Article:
* “Women in the Fight against Illegal Wildlife trade” *
For World Wildlife Day 2021
From Ol Ari Nyiro
Laikipia Nature Conservancy
On the Great Rift Valley of Kenya
World Wildlife Day was first declared in 2014 at the height of poaching activities, that, in Africa, included Ivory, rhino horn and sandalwood.
At that time Kenya was still suffering for the resurgence of elephant poaching, which spiked again from 2007:
In 2007, the twenty years moratorium on the sale of ivory intended to remove legal ivory from markets, lessen its value and hence the demand, and contribute to rescuing the elephant from the brink of extinction, was suspended two years before it was due to expire, to accommodate the request to Cites by 4 southern African states to be allowed to sell their accumulated ivory, to the Far East.
The move proved disastrous.
Historically in this part of Kenya, the killing of rhino and elephants for the illegal wildlife trade had began in the late ‘70s and early ‘80s, with the collapse of Somalia and deserters from that army infiltrating northern Kenya, arming pastoralists and providing a market for rhino horn and ivory.
Up to that time local tribesmen would kill wildlife only occasionally, for subsistence: the introduction of the financial angle brought to the indiscriminate slaughter of entire populations.
Here in Laikipia, where the largest amount of wildlife outside parks in Kenya still exist, the killing of elephant- and rhino- reached unprecedented heights.
In Ol ari Nyiro we lost over 40 indigenous black rhino in the span of few years. And over 200 elephants.
In 1981 I had started the first private anti-poaching in Kenya.
The 20 years moratorium was initiated in 1989 -after the historical burning in Kenya of 12 tons of ivory by President Daniel arap Moi at the suggestion of Richard Leakey:
by removing ivory from legal markets, the price had collapsed, and the moratorium on international sales had succeeded in beginning to reconstitute the lost herds.
Its premature suspension sent the wrong message: demand and price increased simultaneously, black markets soared, Illegal weapons cartels and poaching once again skyrocketed.
So, what has changed in 7 years?
The planet at this time is reeling as a result of a pandemic of unprecedented magnitude, the source of which may have come from consumption by humans of contaminated wild animals parts.
While the demands for ivory has decreased mostly due to the stigma it generated for the countries indulging in this shameful traffic and consequently elephant poaching has lessened, other factors have intervened.
Increased population and new settlements, intrusion in remote spaces with resulting pollution, fencing and fragmentation of habitats, while the illegal charcoal trade has skyrocketed devastating the wildlife areas and the wildlife natural food plants, while introduction of mono cultures, insecticides, and exotic species of plants, have created additional conflict.
Logging, deforestation, mining, livestock in excess of carrying capacity of available land, fossil fuels and green house gas emissions have degenerated into loss of habitats, interruption of migratory corridors, and brought to environmental degradation of unprecedented proportions.
The resulting global warming and unpredictable weather patterns or “climate change” are today’s major tragedy.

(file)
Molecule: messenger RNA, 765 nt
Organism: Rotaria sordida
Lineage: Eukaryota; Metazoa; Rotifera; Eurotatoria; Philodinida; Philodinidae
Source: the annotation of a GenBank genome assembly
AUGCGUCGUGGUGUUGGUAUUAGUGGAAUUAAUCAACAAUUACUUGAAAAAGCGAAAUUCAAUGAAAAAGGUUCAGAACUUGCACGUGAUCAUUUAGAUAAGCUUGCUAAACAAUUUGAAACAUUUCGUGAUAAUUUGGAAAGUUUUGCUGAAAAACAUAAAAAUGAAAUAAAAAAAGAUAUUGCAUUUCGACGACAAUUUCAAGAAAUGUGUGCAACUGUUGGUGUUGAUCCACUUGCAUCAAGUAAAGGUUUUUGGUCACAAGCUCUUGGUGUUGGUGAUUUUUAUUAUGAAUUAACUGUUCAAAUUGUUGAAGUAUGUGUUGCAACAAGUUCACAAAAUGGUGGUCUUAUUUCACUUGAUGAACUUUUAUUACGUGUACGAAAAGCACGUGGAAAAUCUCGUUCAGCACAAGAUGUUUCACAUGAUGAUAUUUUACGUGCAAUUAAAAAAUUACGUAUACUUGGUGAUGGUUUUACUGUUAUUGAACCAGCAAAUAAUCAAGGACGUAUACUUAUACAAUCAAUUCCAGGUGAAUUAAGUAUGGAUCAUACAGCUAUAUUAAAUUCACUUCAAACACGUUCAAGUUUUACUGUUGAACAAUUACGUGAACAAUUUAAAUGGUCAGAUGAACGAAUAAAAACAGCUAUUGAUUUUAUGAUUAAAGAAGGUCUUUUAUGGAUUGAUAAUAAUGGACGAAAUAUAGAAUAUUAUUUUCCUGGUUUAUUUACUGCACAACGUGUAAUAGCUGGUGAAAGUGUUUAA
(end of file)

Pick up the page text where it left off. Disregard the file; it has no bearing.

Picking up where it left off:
We need to reconstitute the balance; reacquire the respect.
All is connected.
It is crucial to take collective responsibility to ensure that the archaic, despicable and unnecessary trade never resumes.
Wildlife parts have a value only if they are on the live animal.
I have done my best here to protect the indigenous vegetation and the underground springs that it supports, the pollinators, the biodiversity.
Here where I live, in the oasis of Kuti, where only natural sounds break the silence, I have been thinking.
I have been watching the birds and their antics, the small insects following their complex paths with inherited determination, underground tubers bloom unexpected amongst roots on rocky tracks, while at night silently elephant come into my garden, and impala and buffalo, to drink at the pond a few meters from my bedroom.
Behind the secrets of nature remains something intangible, subtle and inexplicable.
That which is impenetrable to our knowledge really exists.
Veneration for this mystery and force is my religion.
The confidence of the starlings landing on my hands is my reward.
All is connected.
The Gallmann Memorial Foundation
On World Wildlife Day
3rd March 2021
The Gallmann Memorial Foundation
Ol Ari Nyiro Laikipia Nature Conservancy
Dedicated to the Coexistence of People and Nature in Africa
P.O. Box 63704 00619 Nairobi Kenya
Please help us with the ongoing rebuilding and the maintaining of vital conservation infrastructure on Laikipia Nature Conservancy, while supporting our philanthropic work of education and scholarships, community support, assistance to neighbours, public health, food drought relief, water, road building and maintenance.
And of course continuing to equip the outstanding team of rangers with uniforms, transport, binoculars, infrared cameras and everything they need to continue to protect and monitor the unique Biodiversity of Ol Ari Nyiro, and also support our ongoing re-forestation project to combat global warming by planting more and more indigenous trees.
With your help we can secure Kuki’s vision and legacy in perpetuity.
Please help us by making a donation below, however small or big it may be!!!